A new Cloudera Labs release of YCSB includes a variety of usability improvements.
A few months ago, this blog post announced that the YCSB framework is now a Cloudera Labs project. YCSB is the popular standard for evaluating the performance of a variety of data-serving systems and NoSQL stores such as Apache HBase and Apache Cassandra.
Since that time, the reinvigorated YCSB development community has been very active and produced multiple releases that incorporate several valuable improvements. Therefore, it’s appropriate to update the version of YCSB available within Cloudera Labs to a more recent one. We have chosen version 0.6.0.
New Databases Supported
What does this release offer? For a start, there are several new database bindings now available. One of the initial premises that YCSB was developed with included the ability for extensibility: namely, that it would provide support for new database systems. However, in practice, not many additional bindings appeared within YCSB for a variety of reasons: database authors not adding YCSB support, developers not contributing their bindings upstream, inconsistent binding behavior as compared to existing bindings, and so on.
However, that state of affairs has now changed dramatically. Over the last few months, new YCSB support has been added for well-known databases like Aerospike, Apache Kudu (incubating), Cassandra version 2, and the Google Cloud Data Store.
In particular, Cloudera customers have shown considerable interest in Kudu for its focus on fast analytics and real-time capabilities. In fact, the Kudu development team decided to use YCSB as one of its performance benchmarks very early and ensured that a Kudu YCSB binding would be made available as an integral part of that project.
For HBase users, there’s an additional bonus with the new release: YCSB now fully supports older versions of HBase. To implement this capability, the HBase binding has been broken up by version: use either the hbase094, hbase098, or hbase10 binding as appropriate.
Support for all of these new bindings makes YCSB even more of a benchmarking standard than ever before. With respect to additional enhancements, the default capture of latency measurements has been changed to the HDRHistogram style, which provides much better visibility into “long-tail” behavior than the old fixed-style buckets.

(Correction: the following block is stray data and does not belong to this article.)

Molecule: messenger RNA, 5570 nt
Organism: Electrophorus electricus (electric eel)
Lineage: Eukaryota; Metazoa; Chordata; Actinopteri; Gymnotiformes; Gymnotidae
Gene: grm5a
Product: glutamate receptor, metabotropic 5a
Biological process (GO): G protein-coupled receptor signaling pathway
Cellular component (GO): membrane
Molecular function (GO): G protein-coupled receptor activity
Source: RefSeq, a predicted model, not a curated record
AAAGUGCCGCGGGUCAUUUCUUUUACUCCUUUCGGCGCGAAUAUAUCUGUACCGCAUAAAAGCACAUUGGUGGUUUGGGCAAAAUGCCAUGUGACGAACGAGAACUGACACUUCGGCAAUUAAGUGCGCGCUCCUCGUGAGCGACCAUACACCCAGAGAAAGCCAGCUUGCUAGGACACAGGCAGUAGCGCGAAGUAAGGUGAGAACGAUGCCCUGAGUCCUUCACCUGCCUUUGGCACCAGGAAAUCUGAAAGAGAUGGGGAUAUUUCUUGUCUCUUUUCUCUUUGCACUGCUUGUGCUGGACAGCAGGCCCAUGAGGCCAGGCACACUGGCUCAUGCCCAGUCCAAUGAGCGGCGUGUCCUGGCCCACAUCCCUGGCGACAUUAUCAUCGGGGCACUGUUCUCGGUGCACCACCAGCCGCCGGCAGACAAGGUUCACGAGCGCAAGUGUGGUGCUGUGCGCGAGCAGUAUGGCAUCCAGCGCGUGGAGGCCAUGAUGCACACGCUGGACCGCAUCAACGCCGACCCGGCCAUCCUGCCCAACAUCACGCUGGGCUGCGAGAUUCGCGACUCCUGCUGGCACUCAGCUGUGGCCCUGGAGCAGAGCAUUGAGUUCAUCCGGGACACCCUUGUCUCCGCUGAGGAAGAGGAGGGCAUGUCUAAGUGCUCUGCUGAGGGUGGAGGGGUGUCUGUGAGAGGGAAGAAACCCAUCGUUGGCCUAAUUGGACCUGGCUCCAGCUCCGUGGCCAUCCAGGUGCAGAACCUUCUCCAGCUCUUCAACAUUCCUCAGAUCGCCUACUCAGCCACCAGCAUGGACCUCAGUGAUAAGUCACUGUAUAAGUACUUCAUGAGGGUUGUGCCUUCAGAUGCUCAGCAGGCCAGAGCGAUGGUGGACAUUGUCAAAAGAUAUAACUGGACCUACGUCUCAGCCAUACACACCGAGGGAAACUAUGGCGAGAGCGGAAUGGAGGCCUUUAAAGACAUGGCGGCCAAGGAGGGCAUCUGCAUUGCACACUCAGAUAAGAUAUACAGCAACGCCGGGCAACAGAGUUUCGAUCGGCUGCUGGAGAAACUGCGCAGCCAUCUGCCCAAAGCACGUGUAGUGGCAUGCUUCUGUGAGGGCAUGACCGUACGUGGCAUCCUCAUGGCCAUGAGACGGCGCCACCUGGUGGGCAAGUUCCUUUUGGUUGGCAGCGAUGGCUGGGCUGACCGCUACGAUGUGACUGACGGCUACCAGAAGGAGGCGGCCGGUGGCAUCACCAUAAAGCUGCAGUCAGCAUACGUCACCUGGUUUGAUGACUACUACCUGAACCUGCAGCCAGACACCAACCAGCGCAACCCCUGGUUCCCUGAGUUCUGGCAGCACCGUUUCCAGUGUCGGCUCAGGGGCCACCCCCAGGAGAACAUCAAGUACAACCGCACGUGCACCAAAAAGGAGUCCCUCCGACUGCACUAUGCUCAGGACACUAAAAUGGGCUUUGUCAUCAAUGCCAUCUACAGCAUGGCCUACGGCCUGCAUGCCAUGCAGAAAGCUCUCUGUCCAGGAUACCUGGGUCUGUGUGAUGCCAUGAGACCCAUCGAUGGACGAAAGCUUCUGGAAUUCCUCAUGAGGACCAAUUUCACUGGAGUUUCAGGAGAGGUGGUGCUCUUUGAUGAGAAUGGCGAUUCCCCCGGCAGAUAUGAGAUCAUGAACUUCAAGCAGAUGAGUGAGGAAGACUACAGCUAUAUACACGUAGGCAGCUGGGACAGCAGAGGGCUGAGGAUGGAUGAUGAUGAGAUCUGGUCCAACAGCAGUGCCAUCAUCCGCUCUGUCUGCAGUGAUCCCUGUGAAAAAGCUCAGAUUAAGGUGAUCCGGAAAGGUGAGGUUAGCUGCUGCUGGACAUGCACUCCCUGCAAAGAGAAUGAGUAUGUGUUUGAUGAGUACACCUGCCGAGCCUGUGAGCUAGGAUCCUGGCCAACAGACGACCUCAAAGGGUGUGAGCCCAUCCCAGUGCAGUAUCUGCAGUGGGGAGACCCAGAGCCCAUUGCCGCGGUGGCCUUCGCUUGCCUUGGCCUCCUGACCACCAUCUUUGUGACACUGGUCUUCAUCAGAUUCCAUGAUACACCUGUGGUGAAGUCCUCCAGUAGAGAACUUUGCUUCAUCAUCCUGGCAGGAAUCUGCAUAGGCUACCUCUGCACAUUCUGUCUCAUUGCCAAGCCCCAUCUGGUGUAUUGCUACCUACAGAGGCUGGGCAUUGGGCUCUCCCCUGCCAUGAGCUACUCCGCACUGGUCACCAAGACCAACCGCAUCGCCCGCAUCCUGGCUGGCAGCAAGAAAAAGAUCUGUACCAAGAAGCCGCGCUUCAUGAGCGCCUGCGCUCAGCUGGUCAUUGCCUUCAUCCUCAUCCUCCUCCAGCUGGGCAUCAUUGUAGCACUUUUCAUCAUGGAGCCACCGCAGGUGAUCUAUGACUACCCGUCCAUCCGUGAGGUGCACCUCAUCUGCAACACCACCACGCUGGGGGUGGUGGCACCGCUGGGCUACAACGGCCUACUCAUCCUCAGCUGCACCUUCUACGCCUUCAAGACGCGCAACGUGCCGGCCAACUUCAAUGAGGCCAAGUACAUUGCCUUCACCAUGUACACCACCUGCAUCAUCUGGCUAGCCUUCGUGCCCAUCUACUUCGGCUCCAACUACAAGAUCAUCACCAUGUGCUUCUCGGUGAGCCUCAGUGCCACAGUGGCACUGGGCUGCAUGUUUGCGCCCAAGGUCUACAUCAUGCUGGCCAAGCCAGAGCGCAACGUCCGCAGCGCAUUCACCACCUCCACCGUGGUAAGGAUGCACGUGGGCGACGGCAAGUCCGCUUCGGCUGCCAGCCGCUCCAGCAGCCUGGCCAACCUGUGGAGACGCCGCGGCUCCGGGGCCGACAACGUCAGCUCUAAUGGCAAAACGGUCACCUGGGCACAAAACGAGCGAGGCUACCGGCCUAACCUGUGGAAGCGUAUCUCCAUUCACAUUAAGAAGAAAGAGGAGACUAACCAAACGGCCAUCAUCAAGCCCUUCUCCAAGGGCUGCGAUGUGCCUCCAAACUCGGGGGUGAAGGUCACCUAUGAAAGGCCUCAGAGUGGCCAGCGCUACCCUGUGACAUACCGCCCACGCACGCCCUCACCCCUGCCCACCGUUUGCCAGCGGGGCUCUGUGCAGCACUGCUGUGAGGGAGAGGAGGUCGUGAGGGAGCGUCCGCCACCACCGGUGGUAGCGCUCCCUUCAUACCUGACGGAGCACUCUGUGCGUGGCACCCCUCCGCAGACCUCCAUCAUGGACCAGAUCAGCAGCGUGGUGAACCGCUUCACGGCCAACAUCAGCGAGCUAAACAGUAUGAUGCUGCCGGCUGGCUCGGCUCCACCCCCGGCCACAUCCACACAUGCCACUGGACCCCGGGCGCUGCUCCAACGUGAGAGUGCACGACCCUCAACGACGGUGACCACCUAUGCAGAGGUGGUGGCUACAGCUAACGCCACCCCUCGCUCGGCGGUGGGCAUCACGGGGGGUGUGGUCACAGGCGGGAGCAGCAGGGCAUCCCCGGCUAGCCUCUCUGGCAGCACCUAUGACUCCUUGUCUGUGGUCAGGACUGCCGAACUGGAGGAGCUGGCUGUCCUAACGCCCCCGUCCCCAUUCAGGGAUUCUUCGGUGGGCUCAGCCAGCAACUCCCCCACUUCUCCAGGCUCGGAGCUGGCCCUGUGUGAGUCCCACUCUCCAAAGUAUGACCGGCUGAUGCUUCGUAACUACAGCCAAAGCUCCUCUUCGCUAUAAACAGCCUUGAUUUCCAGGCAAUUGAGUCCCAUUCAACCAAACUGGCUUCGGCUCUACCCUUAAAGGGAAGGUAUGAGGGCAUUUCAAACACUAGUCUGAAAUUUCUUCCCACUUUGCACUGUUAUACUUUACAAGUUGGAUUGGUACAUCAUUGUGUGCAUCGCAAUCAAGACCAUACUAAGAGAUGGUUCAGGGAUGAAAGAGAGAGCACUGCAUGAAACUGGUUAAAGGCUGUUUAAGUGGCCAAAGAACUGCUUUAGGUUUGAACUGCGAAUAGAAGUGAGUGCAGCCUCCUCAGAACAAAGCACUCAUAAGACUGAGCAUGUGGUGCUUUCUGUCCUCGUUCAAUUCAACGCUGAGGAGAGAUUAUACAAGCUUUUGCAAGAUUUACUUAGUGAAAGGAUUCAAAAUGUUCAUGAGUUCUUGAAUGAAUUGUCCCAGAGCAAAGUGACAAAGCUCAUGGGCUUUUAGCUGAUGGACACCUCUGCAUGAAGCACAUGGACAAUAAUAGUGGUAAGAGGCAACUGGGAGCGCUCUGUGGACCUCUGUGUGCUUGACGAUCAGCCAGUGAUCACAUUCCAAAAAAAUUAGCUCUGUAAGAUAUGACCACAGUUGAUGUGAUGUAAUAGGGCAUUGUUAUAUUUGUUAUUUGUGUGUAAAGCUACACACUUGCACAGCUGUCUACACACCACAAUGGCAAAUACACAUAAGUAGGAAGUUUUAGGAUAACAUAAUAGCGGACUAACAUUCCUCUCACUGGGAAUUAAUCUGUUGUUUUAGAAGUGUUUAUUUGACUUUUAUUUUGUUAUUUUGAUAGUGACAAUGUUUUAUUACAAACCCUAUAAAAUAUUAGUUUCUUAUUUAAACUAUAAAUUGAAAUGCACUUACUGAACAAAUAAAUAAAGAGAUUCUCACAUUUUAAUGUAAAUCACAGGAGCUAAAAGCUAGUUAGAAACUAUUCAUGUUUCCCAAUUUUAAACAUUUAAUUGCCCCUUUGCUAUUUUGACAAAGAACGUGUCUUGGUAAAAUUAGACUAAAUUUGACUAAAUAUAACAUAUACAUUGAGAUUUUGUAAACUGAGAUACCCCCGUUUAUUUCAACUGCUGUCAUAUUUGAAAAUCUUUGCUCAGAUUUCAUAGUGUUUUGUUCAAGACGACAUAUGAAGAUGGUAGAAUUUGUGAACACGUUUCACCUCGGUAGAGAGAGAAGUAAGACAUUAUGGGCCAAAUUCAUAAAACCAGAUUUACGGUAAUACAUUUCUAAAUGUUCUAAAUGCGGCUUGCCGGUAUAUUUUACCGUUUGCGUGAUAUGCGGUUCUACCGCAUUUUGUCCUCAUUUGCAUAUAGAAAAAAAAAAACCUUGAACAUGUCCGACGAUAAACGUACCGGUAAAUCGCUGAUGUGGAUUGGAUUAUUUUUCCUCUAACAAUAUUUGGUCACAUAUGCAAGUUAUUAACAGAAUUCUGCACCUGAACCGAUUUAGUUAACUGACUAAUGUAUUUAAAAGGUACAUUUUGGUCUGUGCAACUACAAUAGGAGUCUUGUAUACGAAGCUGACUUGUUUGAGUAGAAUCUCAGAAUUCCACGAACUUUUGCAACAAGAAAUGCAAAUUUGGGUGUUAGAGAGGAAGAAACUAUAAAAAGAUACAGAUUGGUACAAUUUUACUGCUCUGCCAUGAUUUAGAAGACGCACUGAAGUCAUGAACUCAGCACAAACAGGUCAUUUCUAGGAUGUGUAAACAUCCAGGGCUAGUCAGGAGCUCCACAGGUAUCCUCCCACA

Other improvements include:
- Updates to existing bindings to support newer versions of the associated data stores.
- An estimate of time remaining is added to status messages; this is helpful when the database access speed changes mid-run.
- The reporting of 95th and 99th percentile latency figures in milliseconds as opposed to microseconds was a sore point with many users. This has been changed; all figures are now in microseconds.
- Users can now specify the percentile buckets they are interested in, rather than being forced to use the standard pre-configured ones.
- Status codes are now descriptive rather than numeric.
- A new “raw” measurement output option to extract all collected data, possibly for separate statistical analysis.
- An attempt to ensure similar default configuration settings across bindings, for instance, with regard to caching when accessing the back-end database. This change contributes to a true “apples-to-apples” performance comparison.
- Several other enhancements and bug fixes, too many to enumerate here. They are all listed in the YCSB release notes.
A brief “quick-start” guide on running YCSB against HBase is available here.
So, grab this opportunity to download the latest version of YCSB and take it for a spin! You will get valuable insights into the performance of the data stores in your own deployments.
Govind Kamat is a Performance Engineer at Cloudera.